A brand, a hallmark, a mark of the trade. From the beginning, a brand’s purpose has been to let people know the origin of the goods. Over time, for some brands, it has become something significantly more. A mirror on our identity as consumers, tribe members and citizens.
When someone criticizes one of these brands, these ‘us’ brands, we take the criticism personally. So, if you’re a Harley person/customer, someone criticizing Harley Davidson is like a personal attack. Same goes for those that identify so closely with Levis, or the Catholic Church or an iconic politician. This is me, I am that, we are labels for each other and walking advertisements for many of our beloved brands.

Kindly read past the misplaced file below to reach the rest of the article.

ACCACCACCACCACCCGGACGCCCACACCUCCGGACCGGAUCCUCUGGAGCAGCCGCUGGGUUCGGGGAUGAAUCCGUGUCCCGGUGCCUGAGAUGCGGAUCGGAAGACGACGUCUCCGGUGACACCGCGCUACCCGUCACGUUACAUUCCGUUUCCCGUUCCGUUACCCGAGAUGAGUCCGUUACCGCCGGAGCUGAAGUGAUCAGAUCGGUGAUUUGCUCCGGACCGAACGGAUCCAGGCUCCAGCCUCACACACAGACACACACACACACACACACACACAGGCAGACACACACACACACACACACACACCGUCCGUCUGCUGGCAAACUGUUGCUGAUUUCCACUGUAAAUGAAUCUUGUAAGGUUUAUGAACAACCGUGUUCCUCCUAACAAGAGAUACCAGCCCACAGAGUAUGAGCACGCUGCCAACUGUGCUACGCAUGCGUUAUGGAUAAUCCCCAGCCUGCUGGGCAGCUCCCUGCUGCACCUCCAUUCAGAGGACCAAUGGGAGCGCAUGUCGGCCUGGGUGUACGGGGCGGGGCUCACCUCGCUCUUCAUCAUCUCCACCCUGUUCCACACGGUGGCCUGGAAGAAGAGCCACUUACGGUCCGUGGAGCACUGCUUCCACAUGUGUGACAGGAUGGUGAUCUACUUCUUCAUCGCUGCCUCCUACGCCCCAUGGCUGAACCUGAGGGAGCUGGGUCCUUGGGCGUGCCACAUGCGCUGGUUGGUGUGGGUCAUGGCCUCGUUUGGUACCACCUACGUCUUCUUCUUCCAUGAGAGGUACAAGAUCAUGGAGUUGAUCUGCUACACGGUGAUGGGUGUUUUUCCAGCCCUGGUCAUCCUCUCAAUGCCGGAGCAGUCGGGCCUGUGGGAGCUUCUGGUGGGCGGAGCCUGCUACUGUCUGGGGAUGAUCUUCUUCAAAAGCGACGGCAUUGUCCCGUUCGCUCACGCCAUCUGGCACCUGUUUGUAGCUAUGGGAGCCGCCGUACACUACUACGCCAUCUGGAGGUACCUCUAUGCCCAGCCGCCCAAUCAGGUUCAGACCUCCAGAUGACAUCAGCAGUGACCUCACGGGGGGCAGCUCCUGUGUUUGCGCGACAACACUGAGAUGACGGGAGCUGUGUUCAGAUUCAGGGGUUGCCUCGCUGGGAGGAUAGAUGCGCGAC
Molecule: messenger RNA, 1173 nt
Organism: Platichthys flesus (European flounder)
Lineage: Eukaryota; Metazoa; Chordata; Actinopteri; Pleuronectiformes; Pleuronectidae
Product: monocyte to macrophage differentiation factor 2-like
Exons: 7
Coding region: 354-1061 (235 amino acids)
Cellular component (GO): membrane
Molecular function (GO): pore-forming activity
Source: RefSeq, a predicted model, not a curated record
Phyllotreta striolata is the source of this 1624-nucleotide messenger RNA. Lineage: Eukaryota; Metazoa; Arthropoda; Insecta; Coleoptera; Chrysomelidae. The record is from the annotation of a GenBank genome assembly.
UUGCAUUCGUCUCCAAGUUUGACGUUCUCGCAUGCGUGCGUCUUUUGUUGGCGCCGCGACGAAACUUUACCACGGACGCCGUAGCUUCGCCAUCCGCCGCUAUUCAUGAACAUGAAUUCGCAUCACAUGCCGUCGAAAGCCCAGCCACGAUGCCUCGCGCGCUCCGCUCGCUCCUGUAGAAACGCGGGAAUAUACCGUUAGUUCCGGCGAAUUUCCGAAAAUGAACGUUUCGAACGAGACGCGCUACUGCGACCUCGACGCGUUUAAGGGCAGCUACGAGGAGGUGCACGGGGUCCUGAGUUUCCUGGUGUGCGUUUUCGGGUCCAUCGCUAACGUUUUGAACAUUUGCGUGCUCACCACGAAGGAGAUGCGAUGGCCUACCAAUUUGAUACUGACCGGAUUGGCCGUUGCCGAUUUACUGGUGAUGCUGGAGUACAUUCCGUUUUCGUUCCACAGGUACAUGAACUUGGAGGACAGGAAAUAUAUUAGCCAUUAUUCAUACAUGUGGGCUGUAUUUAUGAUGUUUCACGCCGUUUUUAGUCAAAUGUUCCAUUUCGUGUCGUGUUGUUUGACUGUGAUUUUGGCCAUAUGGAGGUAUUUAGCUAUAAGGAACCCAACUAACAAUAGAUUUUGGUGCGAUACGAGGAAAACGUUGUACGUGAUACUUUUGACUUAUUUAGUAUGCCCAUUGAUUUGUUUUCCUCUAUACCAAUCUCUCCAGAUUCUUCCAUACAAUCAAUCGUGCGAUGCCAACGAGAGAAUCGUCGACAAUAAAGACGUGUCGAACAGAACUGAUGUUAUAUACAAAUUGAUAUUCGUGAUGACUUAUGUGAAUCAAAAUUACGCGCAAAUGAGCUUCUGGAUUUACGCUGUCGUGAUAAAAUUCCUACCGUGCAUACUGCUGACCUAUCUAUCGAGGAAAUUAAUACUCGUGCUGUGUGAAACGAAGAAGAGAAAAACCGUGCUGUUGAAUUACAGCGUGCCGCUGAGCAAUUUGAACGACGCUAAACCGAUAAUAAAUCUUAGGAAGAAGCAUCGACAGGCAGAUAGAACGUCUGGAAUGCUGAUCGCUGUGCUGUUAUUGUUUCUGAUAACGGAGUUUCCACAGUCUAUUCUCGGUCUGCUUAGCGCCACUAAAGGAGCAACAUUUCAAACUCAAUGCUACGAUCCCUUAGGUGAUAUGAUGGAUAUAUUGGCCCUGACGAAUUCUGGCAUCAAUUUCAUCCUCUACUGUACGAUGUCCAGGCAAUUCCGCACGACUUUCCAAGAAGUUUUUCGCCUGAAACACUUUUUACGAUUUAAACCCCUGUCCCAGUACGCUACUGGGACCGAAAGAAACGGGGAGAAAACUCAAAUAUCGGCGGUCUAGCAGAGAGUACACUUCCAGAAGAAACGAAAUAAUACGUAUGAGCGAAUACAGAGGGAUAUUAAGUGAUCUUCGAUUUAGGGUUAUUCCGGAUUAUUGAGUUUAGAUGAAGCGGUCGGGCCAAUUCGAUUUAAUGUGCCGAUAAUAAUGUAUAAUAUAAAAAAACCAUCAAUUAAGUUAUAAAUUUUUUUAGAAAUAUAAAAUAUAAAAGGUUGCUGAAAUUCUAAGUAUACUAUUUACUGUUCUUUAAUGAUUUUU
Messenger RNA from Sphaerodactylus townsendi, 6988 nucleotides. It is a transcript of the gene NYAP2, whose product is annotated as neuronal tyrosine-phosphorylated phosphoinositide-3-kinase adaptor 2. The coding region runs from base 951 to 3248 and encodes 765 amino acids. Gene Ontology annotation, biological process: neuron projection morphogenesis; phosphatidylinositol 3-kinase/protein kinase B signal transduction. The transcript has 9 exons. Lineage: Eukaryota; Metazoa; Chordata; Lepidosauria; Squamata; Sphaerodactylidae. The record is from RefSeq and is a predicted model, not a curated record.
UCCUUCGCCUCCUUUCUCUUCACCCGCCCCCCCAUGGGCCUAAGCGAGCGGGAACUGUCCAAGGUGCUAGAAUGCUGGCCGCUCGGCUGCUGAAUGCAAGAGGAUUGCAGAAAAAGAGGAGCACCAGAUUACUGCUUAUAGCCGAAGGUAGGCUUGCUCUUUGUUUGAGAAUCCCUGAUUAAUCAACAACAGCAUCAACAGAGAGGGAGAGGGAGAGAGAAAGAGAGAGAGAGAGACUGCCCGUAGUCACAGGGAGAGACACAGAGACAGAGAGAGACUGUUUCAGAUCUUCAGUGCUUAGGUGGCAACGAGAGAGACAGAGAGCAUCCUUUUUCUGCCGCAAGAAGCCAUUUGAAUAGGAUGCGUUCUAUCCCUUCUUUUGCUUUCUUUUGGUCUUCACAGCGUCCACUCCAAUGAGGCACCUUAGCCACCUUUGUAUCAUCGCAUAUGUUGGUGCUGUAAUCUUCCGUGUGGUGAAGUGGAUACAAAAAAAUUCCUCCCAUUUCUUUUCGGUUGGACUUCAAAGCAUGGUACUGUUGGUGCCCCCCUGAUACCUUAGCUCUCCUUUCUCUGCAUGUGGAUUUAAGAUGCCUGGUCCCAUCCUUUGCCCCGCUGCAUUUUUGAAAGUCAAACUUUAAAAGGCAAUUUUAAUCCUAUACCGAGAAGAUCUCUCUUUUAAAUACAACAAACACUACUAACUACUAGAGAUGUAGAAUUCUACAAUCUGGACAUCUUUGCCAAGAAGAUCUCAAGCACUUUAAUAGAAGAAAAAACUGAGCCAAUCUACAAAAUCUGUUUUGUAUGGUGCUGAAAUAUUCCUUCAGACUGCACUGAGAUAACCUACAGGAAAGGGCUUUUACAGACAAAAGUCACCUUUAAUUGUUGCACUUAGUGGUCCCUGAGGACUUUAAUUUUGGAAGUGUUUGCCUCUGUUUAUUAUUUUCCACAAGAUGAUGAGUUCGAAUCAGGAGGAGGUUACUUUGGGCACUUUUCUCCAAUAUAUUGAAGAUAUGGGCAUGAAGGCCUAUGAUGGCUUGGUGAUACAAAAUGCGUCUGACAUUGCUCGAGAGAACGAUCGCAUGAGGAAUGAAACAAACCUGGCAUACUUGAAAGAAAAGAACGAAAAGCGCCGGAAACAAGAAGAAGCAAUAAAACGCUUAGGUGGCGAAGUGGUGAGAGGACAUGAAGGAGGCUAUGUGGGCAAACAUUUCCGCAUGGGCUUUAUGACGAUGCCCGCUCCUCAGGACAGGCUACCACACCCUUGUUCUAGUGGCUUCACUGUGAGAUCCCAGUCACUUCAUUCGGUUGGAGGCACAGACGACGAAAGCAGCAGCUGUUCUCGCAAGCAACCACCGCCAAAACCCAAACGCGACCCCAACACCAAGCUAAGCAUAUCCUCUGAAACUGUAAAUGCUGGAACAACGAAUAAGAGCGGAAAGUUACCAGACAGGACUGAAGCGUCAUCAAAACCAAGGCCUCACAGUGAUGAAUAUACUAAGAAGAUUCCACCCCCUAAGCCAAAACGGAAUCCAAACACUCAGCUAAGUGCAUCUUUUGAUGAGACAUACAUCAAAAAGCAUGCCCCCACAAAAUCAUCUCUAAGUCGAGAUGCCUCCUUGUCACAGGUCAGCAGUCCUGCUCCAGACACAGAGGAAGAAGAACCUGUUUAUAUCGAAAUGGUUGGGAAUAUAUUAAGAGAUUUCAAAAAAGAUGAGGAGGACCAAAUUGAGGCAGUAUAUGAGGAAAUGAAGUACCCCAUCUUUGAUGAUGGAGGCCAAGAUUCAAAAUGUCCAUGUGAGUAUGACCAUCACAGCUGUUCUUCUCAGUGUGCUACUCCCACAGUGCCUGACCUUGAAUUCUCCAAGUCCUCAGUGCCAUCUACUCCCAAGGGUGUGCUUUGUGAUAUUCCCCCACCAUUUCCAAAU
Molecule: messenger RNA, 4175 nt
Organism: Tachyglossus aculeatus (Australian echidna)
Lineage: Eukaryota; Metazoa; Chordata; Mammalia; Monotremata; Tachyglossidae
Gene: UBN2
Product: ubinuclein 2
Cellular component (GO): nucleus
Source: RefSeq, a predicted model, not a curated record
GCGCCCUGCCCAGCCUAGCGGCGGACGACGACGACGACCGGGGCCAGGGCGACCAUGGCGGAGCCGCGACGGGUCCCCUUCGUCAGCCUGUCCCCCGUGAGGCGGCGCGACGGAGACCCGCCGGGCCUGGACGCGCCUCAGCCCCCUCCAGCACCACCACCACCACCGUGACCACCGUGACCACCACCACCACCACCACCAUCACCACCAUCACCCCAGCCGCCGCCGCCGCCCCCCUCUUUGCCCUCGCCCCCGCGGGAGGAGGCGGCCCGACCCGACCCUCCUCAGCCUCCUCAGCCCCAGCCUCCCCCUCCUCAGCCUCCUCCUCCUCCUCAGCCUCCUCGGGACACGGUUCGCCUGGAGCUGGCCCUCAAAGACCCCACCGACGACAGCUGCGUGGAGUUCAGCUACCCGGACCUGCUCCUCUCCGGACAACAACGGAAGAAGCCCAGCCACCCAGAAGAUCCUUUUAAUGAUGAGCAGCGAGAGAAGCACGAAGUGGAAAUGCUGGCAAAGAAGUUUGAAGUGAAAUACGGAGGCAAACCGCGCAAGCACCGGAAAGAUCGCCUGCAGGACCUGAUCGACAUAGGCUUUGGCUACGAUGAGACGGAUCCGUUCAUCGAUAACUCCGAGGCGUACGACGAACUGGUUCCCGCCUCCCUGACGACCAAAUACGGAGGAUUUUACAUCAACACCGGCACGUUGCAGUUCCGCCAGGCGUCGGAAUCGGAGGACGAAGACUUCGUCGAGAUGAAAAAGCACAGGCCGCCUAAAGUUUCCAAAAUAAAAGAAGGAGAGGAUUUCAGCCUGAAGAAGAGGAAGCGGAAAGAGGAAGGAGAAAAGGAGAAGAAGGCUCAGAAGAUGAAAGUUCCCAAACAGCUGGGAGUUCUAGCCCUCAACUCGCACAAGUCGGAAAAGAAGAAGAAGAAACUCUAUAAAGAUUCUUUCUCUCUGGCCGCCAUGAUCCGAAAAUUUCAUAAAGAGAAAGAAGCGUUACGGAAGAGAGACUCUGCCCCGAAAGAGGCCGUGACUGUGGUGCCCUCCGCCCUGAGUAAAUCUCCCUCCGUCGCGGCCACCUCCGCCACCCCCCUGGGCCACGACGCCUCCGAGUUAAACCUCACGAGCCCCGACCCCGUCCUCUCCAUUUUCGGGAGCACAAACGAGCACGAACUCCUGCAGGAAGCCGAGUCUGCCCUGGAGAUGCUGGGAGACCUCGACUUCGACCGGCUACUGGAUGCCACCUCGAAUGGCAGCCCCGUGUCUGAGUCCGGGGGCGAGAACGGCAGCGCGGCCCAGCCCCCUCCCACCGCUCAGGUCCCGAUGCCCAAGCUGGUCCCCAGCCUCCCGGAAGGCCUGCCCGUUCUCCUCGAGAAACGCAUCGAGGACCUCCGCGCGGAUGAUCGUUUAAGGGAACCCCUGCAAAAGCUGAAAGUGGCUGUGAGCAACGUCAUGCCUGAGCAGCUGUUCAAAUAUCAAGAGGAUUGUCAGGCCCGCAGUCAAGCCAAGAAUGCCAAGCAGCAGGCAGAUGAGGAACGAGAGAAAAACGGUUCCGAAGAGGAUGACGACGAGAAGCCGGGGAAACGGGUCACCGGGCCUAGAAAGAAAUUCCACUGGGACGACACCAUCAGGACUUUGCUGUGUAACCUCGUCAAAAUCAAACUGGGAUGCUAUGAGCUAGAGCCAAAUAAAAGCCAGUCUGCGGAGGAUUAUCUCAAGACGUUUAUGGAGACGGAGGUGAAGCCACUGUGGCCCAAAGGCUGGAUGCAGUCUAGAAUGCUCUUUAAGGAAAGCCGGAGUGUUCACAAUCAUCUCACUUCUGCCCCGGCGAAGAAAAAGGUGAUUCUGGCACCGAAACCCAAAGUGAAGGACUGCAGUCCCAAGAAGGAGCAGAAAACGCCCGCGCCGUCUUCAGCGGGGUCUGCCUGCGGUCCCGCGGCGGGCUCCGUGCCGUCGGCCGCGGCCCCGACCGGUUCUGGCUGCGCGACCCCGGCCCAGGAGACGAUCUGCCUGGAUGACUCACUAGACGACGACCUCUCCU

At some level, this seems like the gold standard for a brand. To be so closely identified with a product and a mission, it means that advertising is no longer the primary fuel for the brand’s future. Keeping your brand’s quality and customer appeal becomes the most important factors in your future sales.
The risk is that when your brand stumbles, you won’t have to merely confront those non-customers that might have thought less of you and started the stumbling. You’ll need to understand that when you fail, everybody does. All the people who have carved out little pieces of their identity will now have to look elsewhere.